First Chinese Train Arrives in Riga as Premier Li Sits Down with 16 East European Countries To Discuss the Belt and Road
Nov. 5, 2016 (EIRNS)—Chinese Prime Minister Li Keqiang sat down today with the prime ministers of 16 countries from Central and Eastern Europe. Prior to that, he concluded the first visit of a Chinese leader to Latvia since independence was declared in 1991. Also today, the first trans-Eurasia container train arrived in Riga, Latvia, initiating a new track of the Belt and Road. The train departed on Oct. 20 from Yiwu, a vibrant manufacturing hub in east China, and finished a journey of over 11,000 kilometers following the China-Russia-Latvia route. Latvia wishes to bring Chinese investment into their country, with the intention of building a gauge-changing facility for the trains in Riga, and developing two international ports, one in Riga and the other in Ventspils. Riga has also set up its first Confucius Institute.
During the 16+1 meeting, Premier Li said that given the slower than expected global growth, the parties should institute measures scaling up two-way trade, accelerating efforts for greater connectivity, promoting cooperation on production capacity, exploring innovative modalities of financial cooperation, and tapping the potential for tourism cooperation.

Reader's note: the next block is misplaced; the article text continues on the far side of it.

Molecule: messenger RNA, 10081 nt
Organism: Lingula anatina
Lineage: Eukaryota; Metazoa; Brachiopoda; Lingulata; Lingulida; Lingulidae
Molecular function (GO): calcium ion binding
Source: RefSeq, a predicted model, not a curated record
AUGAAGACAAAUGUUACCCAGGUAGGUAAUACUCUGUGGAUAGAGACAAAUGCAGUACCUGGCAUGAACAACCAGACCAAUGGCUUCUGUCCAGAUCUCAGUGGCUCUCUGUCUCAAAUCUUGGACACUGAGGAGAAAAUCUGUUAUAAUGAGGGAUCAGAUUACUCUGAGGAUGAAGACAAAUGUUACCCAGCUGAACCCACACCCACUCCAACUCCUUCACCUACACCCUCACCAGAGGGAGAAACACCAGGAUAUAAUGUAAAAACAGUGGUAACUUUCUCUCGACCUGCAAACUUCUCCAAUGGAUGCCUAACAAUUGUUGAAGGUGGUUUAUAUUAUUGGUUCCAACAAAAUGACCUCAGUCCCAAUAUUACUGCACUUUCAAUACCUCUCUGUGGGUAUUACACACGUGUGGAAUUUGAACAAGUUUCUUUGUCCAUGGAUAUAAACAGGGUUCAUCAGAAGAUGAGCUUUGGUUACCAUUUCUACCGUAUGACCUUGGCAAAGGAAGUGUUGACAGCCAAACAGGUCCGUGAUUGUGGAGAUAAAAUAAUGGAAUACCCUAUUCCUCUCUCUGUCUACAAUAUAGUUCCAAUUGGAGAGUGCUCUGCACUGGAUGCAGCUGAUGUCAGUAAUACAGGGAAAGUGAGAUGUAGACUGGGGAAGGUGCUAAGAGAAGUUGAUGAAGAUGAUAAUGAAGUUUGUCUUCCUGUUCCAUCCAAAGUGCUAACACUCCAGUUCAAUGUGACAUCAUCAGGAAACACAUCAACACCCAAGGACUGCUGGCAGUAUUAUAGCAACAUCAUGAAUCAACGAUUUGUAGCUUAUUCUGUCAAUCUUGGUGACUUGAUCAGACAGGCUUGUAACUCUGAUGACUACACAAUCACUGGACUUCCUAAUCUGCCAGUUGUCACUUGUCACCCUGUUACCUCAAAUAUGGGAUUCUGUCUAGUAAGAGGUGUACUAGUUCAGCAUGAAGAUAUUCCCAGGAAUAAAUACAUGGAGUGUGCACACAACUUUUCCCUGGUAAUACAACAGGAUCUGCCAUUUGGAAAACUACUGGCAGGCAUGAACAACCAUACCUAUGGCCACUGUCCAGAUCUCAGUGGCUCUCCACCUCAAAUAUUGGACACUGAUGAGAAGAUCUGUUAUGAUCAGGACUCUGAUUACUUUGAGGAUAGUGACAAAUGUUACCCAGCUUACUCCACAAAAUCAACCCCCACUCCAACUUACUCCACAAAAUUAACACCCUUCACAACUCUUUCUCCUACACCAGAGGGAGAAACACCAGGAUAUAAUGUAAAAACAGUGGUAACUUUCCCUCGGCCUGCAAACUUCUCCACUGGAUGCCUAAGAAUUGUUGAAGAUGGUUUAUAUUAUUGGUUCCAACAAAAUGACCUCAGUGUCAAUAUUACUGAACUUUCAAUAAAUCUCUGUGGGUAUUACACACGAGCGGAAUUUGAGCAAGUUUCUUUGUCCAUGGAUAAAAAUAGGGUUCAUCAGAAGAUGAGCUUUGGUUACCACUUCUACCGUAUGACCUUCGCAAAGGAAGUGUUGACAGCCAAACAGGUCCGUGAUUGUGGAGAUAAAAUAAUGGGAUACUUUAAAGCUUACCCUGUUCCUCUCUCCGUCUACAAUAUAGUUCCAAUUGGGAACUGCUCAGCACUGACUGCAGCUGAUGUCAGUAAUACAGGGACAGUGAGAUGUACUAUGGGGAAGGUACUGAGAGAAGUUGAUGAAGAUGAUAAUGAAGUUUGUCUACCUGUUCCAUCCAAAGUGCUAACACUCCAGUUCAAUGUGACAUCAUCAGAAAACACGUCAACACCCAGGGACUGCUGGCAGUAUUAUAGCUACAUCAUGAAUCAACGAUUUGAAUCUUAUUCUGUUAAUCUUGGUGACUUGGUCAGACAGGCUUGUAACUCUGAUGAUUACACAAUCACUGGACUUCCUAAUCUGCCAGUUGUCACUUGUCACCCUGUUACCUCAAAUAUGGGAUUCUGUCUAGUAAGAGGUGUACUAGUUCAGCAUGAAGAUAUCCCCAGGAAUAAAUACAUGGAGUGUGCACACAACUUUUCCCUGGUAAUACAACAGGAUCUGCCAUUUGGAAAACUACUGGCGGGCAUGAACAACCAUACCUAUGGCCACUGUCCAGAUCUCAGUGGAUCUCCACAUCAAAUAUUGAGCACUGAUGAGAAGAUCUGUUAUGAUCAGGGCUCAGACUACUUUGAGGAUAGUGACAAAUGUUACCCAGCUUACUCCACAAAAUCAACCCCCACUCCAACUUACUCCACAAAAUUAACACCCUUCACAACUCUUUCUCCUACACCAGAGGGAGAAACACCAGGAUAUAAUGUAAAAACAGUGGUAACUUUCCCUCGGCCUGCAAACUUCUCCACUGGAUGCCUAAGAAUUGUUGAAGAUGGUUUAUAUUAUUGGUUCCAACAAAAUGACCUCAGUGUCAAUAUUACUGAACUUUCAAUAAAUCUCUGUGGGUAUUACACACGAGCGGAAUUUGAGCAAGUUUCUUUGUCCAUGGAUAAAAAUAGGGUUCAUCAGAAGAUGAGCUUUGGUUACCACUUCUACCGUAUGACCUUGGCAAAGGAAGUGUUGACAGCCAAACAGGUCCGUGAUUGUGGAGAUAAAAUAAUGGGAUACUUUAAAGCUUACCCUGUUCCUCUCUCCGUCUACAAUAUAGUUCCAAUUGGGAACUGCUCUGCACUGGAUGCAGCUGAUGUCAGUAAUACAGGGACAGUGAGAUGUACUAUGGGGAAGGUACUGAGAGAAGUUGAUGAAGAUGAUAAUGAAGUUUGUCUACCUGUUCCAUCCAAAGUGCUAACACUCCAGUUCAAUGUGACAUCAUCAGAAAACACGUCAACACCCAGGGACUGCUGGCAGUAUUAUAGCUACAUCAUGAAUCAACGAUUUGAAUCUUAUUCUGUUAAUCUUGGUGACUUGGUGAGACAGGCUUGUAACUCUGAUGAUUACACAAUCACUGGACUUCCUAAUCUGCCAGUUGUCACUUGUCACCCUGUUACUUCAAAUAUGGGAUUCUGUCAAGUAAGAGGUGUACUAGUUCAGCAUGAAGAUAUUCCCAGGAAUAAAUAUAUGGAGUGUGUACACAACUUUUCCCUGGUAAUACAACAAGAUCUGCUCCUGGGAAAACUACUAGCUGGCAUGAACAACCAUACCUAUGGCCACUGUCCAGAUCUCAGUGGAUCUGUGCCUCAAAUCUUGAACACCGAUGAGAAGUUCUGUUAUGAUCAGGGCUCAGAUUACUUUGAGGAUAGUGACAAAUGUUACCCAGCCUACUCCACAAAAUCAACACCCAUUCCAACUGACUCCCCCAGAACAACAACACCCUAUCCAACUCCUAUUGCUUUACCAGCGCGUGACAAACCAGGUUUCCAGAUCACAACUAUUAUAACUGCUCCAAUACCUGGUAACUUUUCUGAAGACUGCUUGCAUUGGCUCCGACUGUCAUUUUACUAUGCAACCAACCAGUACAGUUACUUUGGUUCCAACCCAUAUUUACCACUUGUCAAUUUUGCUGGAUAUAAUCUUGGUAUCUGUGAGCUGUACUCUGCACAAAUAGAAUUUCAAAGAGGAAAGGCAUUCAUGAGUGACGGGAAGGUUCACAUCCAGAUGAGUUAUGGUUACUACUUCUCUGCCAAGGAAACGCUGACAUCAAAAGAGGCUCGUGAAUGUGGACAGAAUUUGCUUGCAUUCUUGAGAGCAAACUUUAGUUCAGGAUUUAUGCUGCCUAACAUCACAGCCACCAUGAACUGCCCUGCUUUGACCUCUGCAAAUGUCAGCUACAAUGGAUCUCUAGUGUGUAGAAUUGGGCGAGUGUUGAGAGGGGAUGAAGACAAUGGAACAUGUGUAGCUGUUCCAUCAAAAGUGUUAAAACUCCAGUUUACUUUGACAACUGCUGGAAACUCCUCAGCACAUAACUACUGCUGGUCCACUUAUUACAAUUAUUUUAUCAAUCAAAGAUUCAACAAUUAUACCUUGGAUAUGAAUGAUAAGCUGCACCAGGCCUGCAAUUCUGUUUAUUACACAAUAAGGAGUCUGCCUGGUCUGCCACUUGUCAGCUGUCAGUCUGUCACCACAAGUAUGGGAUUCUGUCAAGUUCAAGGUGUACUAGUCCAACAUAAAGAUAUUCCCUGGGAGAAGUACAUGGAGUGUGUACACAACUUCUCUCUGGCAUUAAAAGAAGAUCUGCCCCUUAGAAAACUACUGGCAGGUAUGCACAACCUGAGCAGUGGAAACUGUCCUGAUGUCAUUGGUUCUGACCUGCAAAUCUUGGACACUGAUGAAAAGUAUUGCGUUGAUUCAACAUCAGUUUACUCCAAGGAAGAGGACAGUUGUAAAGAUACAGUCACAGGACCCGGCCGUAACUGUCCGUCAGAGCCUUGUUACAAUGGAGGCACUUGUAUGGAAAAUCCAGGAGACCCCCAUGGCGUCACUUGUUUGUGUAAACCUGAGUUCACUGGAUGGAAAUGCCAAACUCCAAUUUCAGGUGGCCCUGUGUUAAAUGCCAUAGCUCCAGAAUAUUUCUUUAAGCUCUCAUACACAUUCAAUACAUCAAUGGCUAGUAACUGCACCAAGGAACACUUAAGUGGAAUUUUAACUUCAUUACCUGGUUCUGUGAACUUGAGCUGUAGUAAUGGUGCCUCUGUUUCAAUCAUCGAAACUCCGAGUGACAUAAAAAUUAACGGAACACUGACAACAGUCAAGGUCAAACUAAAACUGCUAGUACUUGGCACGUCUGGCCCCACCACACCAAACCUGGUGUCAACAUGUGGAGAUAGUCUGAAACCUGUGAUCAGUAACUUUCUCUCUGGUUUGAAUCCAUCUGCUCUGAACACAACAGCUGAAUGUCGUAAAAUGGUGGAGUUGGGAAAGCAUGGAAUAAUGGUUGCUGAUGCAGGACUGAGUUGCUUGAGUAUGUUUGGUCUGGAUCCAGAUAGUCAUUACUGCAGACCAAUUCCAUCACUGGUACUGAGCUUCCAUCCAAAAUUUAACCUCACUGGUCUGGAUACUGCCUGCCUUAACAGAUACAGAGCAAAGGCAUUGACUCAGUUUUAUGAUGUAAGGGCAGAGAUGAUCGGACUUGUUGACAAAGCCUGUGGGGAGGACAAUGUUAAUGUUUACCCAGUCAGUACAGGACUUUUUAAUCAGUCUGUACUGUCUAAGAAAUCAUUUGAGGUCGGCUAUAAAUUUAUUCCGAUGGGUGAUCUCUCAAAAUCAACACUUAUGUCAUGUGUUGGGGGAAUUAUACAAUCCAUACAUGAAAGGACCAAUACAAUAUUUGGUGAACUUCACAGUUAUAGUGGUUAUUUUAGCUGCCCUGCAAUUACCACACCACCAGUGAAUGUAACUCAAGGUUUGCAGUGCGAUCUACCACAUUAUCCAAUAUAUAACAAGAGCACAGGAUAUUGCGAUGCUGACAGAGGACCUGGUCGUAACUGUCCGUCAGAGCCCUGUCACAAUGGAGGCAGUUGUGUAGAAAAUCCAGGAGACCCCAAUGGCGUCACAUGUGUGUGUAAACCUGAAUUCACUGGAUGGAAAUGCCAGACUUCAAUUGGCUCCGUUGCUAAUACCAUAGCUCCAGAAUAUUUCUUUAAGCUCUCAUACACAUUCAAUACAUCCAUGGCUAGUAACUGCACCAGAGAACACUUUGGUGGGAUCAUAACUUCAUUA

Three major projects are already in operation with the Central and Eastern European Countries (CEEC). In Romania, China, General Nuclear and the Romanian national nuclear company, Nuclearelectrica, signed an agreement last November, in which they agreed to develop, build, and operate units three and four of the Romanian nuclear plant. China is also committed to building a high-speed rail link between Budapest in Hungary and Belgrade in Serbia. And a Chinese company with a loan from the Chinese Development Bank will build a thermal power plant in Bosnia-Herzegovina.
There was an interesting Polish commentary by Anastas Vangeli in Deutsche Welle, on the development of the China-CEEC. He notes that although the Polish antipathies to Russia may not have changed, nevertheless the anti-Communist views which had long been expressed by some of these countries in the aftermath of the break-up of the Soviet Union, have more or less subsided now with their close involvement with the People’s Republic of China.